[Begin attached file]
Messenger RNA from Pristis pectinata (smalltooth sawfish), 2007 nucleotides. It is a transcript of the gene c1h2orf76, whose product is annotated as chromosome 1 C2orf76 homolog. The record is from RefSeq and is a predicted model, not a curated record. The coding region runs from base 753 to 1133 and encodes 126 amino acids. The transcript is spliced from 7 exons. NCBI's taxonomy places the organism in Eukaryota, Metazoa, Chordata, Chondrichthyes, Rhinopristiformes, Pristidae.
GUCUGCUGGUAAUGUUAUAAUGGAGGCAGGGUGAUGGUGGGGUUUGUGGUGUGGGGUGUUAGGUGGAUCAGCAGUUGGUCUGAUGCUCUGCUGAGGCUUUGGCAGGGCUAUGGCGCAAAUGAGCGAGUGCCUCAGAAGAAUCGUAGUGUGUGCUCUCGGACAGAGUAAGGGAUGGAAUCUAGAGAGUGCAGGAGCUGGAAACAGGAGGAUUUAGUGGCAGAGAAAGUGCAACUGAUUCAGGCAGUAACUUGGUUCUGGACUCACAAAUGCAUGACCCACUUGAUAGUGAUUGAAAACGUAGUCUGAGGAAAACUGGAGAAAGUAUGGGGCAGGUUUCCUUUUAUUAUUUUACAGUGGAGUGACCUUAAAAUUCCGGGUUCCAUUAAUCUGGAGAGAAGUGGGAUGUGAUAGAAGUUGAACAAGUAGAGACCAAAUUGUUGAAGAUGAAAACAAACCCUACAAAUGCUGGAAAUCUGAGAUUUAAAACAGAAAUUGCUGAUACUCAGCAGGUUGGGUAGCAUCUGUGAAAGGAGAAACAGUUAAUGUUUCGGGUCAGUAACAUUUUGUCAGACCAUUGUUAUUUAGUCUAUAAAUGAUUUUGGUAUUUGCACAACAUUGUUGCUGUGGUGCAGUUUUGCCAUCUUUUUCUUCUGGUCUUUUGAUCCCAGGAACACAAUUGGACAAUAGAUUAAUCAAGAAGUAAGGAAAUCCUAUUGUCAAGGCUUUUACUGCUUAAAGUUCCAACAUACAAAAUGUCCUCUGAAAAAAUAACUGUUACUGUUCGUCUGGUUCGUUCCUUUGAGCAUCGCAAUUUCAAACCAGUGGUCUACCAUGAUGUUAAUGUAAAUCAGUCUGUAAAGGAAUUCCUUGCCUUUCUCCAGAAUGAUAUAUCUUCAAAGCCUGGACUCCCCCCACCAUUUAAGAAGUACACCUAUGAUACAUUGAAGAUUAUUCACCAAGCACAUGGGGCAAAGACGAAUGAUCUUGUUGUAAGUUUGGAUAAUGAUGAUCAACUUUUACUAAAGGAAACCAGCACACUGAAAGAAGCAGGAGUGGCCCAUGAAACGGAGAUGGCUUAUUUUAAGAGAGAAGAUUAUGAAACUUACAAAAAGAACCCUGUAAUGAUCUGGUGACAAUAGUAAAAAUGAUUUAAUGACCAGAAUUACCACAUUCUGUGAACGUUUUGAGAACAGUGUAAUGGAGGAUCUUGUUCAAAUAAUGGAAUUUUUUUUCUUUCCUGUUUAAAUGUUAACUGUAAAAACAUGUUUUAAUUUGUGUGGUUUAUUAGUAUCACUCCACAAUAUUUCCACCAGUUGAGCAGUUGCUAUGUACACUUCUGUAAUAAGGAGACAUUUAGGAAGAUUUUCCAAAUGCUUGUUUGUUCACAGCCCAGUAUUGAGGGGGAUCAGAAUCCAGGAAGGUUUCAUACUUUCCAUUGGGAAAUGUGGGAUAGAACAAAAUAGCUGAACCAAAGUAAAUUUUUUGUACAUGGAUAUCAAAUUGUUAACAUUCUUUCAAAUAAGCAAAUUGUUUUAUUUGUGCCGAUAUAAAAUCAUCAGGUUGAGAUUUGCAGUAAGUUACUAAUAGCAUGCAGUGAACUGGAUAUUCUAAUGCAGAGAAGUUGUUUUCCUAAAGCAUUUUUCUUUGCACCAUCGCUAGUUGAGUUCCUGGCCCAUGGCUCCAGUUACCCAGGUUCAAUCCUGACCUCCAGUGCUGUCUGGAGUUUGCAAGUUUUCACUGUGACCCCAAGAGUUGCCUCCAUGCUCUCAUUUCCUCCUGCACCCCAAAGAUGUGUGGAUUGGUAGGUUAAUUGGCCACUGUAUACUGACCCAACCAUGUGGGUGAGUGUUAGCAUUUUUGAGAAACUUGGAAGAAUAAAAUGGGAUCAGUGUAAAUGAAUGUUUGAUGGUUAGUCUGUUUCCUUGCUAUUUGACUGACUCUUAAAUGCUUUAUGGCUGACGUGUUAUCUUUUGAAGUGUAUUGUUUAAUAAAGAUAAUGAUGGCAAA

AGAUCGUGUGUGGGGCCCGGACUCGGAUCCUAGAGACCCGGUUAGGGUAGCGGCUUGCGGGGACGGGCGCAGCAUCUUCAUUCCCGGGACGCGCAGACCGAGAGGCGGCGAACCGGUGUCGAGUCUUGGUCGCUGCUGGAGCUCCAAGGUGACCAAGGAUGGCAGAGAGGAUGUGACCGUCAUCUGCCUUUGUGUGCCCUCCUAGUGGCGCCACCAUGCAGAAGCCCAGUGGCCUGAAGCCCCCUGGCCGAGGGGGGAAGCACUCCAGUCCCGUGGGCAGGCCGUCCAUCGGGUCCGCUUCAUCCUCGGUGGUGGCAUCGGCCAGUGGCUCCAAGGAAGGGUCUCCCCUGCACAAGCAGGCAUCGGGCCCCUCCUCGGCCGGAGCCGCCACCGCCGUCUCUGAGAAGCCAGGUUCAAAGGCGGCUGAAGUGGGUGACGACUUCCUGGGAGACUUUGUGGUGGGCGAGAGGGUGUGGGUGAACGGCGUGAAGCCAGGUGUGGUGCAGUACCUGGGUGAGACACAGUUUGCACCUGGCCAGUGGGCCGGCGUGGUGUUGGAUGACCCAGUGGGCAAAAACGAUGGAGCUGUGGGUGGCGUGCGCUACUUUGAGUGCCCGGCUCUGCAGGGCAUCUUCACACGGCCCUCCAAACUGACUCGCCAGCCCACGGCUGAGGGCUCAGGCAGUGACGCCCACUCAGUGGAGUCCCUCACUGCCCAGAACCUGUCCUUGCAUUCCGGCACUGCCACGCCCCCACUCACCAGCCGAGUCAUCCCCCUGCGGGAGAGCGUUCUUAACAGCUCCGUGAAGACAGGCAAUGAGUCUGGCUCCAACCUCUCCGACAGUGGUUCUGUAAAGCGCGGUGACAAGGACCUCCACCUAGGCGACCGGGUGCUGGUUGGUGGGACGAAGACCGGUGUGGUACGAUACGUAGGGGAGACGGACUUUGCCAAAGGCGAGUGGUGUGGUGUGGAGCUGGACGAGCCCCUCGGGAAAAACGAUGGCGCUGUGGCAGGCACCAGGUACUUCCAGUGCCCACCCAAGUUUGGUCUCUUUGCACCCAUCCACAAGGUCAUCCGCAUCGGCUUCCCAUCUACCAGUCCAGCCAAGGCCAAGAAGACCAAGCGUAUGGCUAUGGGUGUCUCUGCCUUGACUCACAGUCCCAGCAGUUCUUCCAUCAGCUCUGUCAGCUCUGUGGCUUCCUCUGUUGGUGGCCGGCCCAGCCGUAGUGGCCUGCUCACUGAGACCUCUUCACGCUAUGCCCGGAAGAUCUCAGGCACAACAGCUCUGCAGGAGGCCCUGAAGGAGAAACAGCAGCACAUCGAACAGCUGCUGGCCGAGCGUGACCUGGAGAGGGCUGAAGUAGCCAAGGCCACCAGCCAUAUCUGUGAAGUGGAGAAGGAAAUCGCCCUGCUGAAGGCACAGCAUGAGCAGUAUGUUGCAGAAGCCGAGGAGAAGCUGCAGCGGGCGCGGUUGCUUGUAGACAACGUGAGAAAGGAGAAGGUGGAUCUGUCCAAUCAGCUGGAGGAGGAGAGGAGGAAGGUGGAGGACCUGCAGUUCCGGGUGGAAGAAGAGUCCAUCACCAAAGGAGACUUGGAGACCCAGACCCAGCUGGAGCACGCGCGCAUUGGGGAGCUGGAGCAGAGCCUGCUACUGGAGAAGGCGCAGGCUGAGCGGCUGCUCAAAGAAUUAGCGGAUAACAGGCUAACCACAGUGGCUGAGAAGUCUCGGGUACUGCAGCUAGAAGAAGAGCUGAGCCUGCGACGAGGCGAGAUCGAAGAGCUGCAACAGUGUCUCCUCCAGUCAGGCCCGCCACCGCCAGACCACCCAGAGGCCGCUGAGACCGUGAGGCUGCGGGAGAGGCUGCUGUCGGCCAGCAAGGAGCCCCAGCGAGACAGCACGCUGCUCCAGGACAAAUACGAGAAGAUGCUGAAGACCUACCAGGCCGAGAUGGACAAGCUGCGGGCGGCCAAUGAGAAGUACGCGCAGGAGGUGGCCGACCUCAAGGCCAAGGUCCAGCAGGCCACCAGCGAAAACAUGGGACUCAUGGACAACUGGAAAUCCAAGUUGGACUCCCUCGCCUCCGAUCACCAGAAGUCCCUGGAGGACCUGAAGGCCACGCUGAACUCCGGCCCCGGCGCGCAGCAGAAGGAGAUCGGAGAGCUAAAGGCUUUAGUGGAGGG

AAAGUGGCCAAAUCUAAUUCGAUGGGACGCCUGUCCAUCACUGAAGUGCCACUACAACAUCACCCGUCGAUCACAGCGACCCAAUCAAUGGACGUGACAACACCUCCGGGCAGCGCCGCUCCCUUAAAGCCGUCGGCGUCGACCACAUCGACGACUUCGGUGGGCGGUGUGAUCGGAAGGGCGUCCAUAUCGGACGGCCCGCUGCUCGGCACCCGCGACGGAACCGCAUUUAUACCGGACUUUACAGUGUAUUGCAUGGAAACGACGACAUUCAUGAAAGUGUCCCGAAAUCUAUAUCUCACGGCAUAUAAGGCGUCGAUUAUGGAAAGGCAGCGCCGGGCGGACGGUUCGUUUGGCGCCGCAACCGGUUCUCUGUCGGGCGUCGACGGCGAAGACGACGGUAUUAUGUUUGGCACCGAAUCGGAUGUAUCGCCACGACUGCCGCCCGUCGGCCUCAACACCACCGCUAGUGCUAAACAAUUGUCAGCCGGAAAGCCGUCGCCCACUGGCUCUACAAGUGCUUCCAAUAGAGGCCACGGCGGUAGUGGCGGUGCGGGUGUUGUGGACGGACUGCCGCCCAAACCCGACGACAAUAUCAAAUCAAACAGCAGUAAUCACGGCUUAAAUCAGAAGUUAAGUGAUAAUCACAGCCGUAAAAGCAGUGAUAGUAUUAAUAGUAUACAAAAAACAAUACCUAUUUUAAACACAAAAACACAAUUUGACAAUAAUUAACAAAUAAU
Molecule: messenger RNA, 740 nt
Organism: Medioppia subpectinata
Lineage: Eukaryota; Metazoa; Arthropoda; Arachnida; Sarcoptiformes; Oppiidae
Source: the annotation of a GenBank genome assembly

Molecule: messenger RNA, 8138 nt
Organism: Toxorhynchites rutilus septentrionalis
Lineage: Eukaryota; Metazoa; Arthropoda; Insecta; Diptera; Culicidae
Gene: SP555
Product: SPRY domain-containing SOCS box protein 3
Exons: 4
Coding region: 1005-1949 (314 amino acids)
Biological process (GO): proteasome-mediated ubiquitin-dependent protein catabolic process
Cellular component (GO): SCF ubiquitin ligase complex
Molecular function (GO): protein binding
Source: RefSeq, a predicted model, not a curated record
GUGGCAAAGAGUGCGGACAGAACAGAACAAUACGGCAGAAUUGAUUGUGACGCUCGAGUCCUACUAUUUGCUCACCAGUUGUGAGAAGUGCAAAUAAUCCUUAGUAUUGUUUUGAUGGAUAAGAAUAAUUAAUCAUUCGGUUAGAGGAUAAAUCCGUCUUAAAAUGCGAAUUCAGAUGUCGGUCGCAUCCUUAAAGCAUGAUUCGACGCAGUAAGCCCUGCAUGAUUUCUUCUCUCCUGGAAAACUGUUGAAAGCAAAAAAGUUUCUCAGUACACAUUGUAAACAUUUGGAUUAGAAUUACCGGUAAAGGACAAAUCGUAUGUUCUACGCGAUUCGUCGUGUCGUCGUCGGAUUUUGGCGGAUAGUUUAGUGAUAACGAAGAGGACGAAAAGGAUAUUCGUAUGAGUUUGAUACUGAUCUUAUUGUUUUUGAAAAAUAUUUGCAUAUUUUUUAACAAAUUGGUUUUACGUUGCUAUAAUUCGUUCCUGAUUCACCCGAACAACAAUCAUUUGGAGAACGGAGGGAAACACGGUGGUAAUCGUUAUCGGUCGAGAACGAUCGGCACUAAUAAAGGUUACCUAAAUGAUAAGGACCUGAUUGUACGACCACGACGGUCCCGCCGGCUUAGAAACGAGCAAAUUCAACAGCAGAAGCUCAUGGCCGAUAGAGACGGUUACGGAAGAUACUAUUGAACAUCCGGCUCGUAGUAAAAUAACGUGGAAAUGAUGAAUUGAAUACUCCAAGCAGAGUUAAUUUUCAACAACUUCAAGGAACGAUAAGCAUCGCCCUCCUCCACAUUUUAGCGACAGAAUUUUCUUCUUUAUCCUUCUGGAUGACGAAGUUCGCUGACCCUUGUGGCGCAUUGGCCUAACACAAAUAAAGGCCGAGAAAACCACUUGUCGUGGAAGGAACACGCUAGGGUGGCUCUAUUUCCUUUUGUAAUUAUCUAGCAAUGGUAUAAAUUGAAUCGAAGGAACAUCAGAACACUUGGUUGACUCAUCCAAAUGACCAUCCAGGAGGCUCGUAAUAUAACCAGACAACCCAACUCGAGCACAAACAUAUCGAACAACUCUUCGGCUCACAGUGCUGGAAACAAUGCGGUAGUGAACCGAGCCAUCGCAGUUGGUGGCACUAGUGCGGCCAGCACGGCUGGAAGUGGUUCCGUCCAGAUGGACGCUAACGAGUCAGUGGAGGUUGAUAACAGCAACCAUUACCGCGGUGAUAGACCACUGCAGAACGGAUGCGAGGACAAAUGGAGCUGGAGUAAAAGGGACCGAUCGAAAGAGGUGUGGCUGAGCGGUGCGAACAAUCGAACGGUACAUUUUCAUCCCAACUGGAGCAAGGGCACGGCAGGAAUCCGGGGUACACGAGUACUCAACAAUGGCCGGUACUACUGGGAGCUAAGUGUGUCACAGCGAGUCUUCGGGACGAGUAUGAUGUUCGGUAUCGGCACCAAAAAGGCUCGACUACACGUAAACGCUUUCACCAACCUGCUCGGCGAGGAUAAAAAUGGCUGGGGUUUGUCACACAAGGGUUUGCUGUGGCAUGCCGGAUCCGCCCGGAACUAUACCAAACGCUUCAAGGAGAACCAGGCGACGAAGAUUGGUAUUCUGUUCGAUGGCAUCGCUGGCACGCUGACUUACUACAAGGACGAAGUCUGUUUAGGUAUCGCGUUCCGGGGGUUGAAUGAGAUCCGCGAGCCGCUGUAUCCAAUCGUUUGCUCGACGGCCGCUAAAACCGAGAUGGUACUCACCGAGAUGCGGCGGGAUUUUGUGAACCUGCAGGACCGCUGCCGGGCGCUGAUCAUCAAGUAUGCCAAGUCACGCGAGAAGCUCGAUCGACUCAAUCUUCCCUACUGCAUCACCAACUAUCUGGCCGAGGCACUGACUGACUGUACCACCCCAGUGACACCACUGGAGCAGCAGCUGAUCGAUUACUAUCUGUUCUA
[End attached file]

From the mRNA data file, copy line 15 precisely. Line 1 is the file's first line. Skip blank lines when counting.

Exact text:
Coding region: 1005-1949 (314 amino acids)